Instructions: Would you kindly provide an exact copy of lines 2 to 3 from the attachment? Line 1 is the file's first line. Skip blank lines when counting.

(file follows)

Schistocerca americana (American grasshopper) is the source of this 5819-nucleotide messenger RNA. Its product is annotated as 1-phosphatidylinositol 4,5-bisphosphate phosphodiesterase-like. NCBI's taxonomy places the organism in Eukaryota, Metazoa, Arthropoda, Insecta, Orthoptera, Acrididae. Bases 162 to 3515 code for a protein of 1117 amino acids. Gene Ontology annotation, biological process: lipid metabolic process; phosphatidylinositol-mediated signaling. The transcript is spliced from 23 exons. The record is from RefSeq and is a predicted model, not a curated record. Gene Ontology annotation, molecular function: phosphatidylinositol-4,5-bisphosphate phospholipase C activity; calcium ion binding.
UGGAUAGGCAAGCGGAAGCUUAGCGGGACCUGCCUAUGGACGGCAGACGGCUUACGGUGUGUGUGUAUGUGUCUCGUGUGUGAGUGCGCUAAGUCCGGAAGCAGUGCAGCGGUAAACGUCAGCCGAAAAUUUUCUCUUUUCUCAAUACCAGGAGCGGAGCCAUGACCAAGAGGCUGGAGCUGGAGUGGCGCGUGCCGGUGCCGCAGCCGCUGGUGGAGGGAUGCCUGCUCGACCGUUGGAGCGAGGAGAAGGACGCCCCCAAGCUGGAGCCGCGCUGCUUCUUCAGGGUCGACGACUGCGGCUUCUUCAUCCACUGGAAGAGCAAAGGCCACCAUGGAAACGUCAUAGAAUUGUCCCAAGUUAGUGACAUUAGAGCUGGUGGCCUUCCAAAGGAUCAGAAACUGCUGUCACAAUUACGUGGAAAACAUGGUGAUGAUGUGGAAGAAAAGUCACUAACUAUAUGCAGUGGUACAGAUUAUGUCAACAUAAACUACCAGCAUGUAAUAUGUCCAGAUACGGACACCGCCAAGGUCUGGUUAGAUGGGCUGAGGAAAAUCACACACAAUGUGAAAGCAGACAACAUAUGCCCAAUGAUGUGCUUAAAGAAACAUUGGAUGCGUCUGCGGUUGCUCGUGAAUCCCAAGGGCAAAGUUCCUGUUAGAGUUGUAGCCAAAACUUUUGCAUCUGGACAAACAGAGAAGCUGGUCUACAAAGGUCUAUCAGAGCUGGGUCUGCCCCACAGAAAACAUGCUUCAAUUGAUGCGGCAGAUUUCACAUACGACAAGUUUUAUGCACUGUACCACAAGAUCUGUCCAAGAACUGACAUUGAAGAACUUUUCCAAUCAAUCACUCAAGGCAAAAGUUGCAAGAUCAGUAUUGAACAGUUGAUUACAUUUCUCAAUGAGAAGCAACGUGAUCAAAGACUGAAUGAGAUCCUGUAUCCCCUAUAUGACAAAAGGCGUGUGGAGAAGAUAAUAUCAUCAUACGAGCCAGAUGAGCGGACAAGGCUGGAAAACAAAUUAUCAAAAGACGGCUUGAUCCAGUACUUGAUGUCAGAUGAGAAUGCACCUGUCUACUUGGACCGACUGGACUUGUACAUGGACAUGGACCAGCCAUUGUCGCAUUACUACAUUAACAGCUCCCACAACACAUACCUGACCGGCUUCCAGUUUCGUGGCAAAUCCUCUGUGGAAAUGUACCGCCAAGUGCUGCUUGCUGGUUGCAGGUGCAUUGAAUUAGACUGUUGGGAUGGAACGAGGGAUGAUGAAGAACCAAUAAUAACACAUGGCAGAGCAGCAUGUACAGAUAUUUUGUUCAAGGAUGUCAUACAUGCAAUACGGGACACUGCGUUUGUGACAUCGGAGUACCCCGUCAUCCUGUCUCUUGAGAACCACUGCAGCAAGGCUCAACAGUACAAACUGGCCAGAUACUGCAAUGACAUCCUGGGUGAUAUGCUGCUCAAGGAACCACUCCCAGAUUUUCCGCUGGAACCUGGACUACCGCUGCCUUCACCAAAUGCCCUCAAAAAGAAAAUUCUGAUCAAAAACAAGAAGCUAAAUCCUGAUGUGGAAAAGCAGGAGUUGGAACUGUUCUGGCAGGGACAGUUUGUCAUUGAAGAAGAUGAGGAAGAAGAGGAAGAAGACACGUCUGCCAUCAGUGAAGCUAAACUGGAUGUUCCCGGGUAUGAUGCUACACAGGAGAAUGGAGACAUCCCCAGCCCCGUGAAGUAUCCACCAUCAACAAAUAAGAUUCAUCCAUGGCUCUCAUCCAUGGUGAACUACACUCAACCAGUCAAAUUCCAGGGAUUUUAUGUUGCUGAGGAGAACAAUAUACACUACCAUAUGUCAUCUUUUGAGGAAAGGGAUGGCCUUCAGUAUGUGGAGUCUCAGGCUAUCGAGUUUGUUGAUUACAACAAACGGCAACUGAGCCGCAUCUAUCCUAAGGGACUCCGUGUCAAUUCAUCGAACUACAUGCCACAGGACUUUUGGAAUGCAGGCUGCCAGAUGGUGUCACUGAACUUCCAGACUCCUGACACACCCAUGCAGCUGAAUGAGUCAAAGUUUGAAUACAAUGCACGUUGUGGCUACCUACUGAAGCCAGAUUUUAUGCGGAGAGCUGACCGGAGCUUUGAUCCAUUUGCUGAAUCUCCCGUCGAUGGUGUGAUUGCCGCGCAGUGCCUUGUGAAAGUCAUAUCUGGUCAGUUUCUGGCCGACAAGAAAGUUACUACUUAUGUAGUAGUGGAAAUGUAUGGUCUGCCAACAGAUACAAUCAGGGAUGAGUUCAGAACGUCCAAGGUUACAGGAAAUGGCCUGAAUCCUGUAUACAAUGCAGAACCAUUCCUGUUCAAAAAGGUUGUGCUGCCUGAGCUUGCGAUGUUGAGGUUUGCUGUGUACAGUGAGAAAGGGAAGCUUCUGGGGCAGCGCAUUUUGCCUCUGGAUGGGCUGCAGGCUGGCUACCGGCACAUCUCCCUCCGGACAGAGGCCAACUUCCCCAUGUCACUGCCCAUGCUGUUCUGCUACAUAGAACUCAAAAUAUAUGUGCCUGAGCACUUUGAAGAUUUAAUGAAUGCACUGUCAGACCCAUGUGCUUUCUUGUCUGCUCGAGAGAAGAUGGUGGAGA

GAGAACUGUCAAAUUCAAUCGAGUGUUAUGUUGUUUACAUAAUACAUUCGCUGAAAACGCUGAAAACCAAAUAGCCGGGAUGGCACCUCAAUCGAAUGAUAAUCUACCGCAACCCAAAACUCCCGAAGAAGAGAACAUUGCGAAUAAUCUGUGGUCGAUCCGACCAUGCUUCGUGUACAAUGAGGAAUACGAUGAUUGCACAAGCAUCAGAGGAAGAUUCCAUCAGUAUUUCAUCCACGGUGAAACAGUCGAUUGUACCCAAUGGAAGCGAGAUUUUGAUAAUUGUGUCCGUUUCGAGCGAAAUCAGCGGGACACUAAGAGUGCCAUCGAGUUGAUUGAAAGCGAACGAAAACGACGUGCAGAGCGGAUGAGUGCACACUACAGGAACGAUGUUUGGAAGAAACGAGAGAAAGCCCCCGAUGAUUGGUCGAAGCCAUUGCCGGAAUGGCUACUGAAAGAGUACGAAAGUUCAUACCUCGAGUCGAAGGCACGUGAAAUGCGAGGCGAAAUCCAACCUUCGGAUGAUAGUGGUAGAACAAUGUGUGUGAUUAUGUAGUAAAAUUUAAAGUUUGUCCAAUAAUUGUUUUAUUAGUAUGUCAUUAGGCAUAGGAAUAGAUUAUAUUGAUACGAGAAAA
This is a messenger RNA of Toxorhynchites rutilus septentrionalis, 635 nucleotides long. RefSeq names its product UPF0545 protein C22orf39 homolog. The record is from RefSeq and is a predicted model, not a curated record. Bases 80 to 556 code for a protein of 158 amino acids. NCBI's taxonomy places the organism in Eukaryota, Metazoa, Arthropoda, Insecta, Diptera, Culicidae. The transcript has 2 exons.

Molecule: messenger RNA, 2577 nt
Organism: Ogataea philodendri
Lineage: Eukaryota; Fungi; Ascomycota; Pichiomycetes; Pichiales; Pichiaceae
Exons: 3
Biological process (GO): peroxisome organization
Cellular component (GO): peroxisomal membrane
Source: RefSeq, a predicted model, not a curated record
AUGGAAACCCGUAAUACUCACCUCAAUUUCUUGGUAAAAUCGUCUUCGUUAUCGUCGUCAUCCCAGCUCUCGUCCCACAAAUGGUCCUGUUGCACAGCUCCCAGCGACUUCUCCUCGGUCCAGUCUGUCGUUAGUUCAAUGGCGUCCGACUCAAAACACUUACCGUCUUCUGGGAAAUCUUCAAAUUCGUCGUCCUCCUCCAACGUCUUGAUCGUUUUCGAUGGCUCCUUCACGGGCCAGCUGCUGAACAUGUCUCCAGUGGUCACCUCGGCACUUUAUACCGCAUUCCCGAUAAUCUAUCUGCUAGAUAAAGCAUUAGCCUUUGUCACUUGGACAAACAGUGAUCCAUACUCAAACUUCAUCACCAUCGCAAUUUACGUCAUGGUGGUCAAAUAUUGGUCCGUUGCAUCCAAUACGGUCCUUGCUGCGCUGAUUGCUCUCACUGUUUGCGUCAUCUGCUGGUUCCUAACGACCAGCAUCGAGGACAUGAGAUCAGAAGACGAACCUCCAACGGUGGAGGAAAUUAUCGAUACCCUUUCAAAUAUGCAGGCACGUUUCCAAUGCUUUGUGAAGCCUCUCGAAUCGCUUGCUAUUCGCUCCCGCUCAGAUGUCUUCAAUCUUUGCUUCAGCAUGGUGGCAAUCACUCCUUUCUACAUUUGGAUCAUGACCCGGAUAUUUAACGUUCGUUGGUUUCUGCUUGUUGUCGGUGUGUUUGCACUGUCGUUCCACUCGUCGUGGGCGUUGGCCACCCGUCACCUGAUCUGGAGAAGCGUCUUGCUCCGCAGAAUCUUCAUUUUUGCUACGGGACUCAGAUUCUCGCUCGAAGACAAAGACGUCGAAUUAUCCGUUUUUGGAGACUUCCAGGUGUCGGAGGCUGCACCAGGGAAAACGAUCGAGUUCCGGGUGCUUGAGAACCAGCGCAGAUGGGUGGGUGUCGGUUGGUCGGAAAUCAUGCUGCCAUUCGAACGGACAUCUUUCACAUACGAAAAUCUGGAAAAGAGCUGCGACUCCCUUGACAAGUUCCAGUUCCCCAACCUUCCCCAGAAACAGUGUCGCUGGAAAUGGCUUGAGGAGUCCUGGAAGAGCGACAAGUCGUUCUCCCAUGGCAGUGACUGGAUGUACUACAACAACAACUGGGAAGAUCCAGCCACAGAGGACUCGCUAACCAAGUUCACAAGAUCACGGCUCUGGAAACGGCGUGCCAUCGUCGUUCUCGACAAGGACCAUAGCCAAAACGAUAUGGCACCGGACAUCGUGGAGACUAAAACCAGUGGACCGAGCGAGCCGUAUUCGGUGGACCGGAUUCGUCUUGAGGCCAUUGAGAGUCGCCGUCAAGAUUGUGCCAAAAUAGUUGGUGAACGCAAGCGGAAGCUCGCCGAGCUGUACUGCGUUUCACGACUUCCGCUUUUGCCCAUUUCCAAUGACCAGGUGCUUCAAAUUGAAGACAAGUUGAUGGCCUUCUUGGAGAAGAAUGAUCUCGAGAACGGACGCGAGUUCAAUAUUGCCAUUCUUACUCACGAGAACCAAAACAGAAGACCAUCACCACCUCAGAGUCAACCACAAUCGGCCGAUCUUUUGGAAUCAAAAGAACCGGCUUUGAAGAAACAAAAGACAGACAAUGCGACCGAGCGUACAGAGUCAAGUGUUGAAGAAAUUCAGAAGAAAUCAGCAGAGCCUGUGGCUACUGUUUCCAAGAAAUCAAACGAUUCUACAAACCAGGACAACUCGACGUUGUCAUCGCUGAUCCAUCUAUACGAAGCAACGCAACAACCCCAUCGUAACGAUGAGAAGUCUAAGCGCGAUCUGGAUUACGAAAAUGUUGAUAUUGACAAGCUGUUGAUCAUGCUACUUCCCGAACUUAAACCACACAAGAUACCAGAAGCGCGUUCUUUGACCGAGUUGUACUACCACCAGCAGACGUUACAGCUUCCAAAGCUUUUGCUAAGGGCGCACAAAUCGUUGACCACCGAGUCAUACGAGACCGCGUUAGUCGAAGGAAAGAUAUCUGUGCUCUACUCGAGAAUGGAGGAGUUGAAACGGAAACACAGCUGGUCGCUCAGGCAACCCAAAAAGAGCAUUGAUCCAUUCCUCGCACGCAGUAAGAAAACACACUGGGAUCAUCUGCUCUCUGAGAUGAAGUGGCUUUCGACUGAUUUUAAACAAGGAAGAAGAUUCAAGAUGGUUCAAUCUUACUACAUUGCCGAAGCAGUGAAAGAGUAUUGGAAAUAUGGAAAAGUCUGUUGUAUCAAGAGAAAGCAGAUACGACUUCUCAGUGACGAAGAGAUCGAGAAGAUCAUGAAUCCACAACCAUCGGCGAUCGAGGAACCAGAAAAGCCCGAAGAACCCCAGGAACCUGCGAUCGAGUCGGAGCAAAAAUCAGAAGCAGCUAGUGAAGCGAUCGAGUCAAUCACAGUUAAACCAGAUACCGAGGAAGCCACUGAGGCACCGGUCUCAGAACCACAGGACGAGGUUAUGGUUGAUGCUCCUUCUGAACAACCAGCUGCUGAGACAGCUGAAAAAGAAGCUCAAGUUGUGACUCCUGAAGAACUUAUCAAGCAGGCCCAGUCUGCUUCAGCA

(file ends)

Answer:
UGGAUAGGCAAGCGGAAGCUUAGCGGGACCUGCCUAUGGACGGCAGACGGCUUACGGUGUGUGUGUAUGUGUCUCGUGUGUGAGUGCGCUAAGUCCGGAAGCAGUGCAGCGGUAAACGUCAGCCGAAAAUUUUCUCUUUUCUCAAUACCAGGAGCGGAGCCAUGACCAAGAGGCUGGAGCUGGAGUGGCGCGUGCCGGUGCCGCAGCCGCUGGUGGAGGGAUGCCUGCUCGACCGUUGGAGCGAGGAGAAGGACGCCCCCAAGCUGGAGCCGCGCUGCUUCUUCAGGGUCGACGACUGCGGCUUCUUCAUCCACUGGAAGAGCAAAGGCCACCAUGGAAACGUCAUAGAAUUGUCCCAAGUUAGUGACAUUAGAGCUGGUGGCCUUCCAAAGGAUCAGAAACUGCUGUCACAAUUACGUGGAAAACAUGGUGAUGAUGUGGAAGAAAAGUCACUAACUAUAUGCAGUGGUACAGAUUAUGUCAACAUAAACUACCAGCAUGUAAUAUGUCCAGAUACGGACACCGCCAAGGUCUGGUUAGAUGGGCUGAGGAAAAUCACACACAAUGUGAAAGCAGACAACAUAUGCCCAAUGAUGUGCUUAAAGAAACAUUGGAUGCGUCUGCGGUUGCUCGUGAAUCCCAAGGGCAAAGUUCCUGUUAGAGUUGUAGCCAAAACUUUUGCAUCUGGACAAACAGAGAAGCUGGUCUACAAAGGUCUAUCAGAGCUGGGUCUGCCCCACAGAAAACAUGCUUCAAUUGAUGCGGCAGAUUUCACAUACGACAAGUUUUAUGCACUGUACCACAAGAUCUGUCCAAGAACUGACAUUGAAGAACUUUUCCAAUCAAUCACUCAAGGCAAAAGUUGCAAGAUCAGUAUUGAACAGUUGAUUACAUUUCUCAAUGAGAAGCAACGUGAUCAAAGACUGAAUGAGAUCCUGUAUCCCCUAUAUGACAAAAGGCGUGUGGAGAAGAUAAUAUCAUCAUACGAGCCAGAUGAGCGGACAAGGCUGGAAAACAAAUUAUCAAAAGACGGCUUGAUCCAGUACUUGAUGUCAGAUGAGAAUGCACCUGUCUACUUGGACCGACUGGACUUGUACAUGGACAUGGACCAGCCAUUGUCGCAUUACUACAUUAACAGCUCCCACAACACAUACCUGACCGGCUUCCAGUUUCGUGGCAAAUCCUCUGUGGAAAUGUACCGCCAAGUGCUGCUUGCUGGUUGCAGGUGCAUUGAAUUAGACUGUUGGGAUGGAACGAGGGAUGAUGAAGAACCAAUAAUAACACAUGGCAGAGCAGCAUGUACAGAUAUUUUGUUCAAGGAUGUCAUACAUGCAAUACGGGACACUGCGUUUGUGACAUCGGAGUACCCCGUCAUCCUGUCUCUUGAGAACCACUGCAGCAAGGCUCAACAGUACAAACUGGCCAGAUACUGCAAUGACAUCCUGGGUGAUAUGCUGCUCAAGGAACCACUCCCAGAUUUUCCGCUGGAACCUGGACUACCGCUGCCUUCACCAAAUGCCCUCAAAAAGAAAAUUCUGAUCAAAAACAAGAAGCUAAAUCCUGAUGUGGAAAAGCAGGAGUUGGAACUGUUCUGGCAGGGACAGUUUGUCAUUGAAGAAGAUGAGGAAGAAGAGGAAGAAGACACGUCUGCCAUCAGUGAAGCUAAACUGGAUGUUCCCGGGUAUGAUGCUACACAGGAGAAUGGAGACAUCCCCAGCCCCGUGAAGUAUCCACCAUCAACAAAUAAGAUUCAUCCAUGGCUCUCAUCCAUGGUGAACUACACUCAACCAGUCAAAUUCCAGGGAUUUUAUGUUGCUGAGGAGAACAAUAUACACUACCAUAUGUCAUCUUUUGAGGAAAGGGAUGGCCUUCAGUAUGUGGAGUCUCAGGCUAUCGAGUUUGUUGAUUACAACAAACGGCAACUGAGCCGCAUCUAUCCUAAGGGACUCCGUGUCAAUUCAUCGAACUACAUGCCACAGGACUUUUGGAAUGCAGGCUGCCAGAUGGUGUCACUGAACUUCCAGACUCCUGACACACCCAUGCAGCUGAAUGAGUCAAAGUUUGAAUACAAUGCACGUUGUGGCUACCUACUGAAGCCAGAUUUUAUGCGGAGAGCUGACCGGAGCUUUGAUCCAUUUGCUGAAUCUCCCGUCGAUGGUGUGAUUGCCGCGCAGUGCCUUGUGAAAGUCAUAUCUGGUCAGUUUCUGGCCGACAAGAAAGUUACUACUUAUGUAGUAGUGGAAAUGUAUGGUCUGCCAACAGAUACAAUCAGGGAUGAGUUCAGAACGUCCAAGGUUACAGGAAAUGGCCUGAAUCCUGUAUACAAUGCAGAACCAUUCCUGUUCAAAAAGGUUGUGCUGCCUGAGCUUGCGAUGUUGAGGUUUGCUGUGUACAGUGAGAAAGGGAAGCUUCUGGGGCAGCGCAUUUUGCCUCUGGAUGGGCUGCAGGCUGGCUACCGGCACAUCUCCCUCCGGACAGAGGCCAACUUCCCCAUGUCACUGCCCAUGCUGUUCUGCUACAUAGAACUCAAAAUAUAUGUGCCUGAGCACUUUGAAGAUUUAAUGAAUGCACUGUCAGACCCAUGUGCUUUCUUGUCUGCUCGAGAGAAGAUGGUGGAGA

GAGAACUGUCAAAUUCAAUCGAGUGUUAUGUUGUUUACAUAAUACAUUCGCUGAAAACGCUGAAAACCAAAUAGCCGGGAUGGCACCUCAAUCGAAUGAUAAUCUACCGCAACCCAAAACUCCCGAAGAAGAGAACAUUGCGAAUAAUCUGUGGUCGAUCCGACCAUGCUUCGUGUACAAUGAGGAAUACGAUGAUUGCACAAGCAUCAGAGGAAGAUUCCAUCAGUAUUUCAUCCACGGUGAAACAGUCGAUUGUACCCAAUGGAAGCGAGAUUUUGAUAAUUGUGUCCGUUUCGAGCGAAAUCAGCGGGACACUAAGAGUGCCAUCGAGUUGAUUGAAAGCGAACGAAAACGACGUGCAGAGCGGAUGAGUGCACACUACAGGAACGAUGUUUGGAAGAAACGAGAGAAAGCCCCCGAUGAUUGGUCGAAGCCAUUGCCGGAAUGGCUACUGAAAGAGUACGAAAGUUCAUACCUCGAGUCGAAGGCACGUGAAAUGCGAGGCGAAAUCCAACCUUCGGAUGAUAGUGGUAGAACAAUGUGUGUGAUUAUGUAGUAAAAUUUAAAGUUUGUCCAAUAAUUGUUUUAUUAGUAUGUCAUUAGGCAUAGGAAUAGAUUAUAUUGAUACGAGAAAA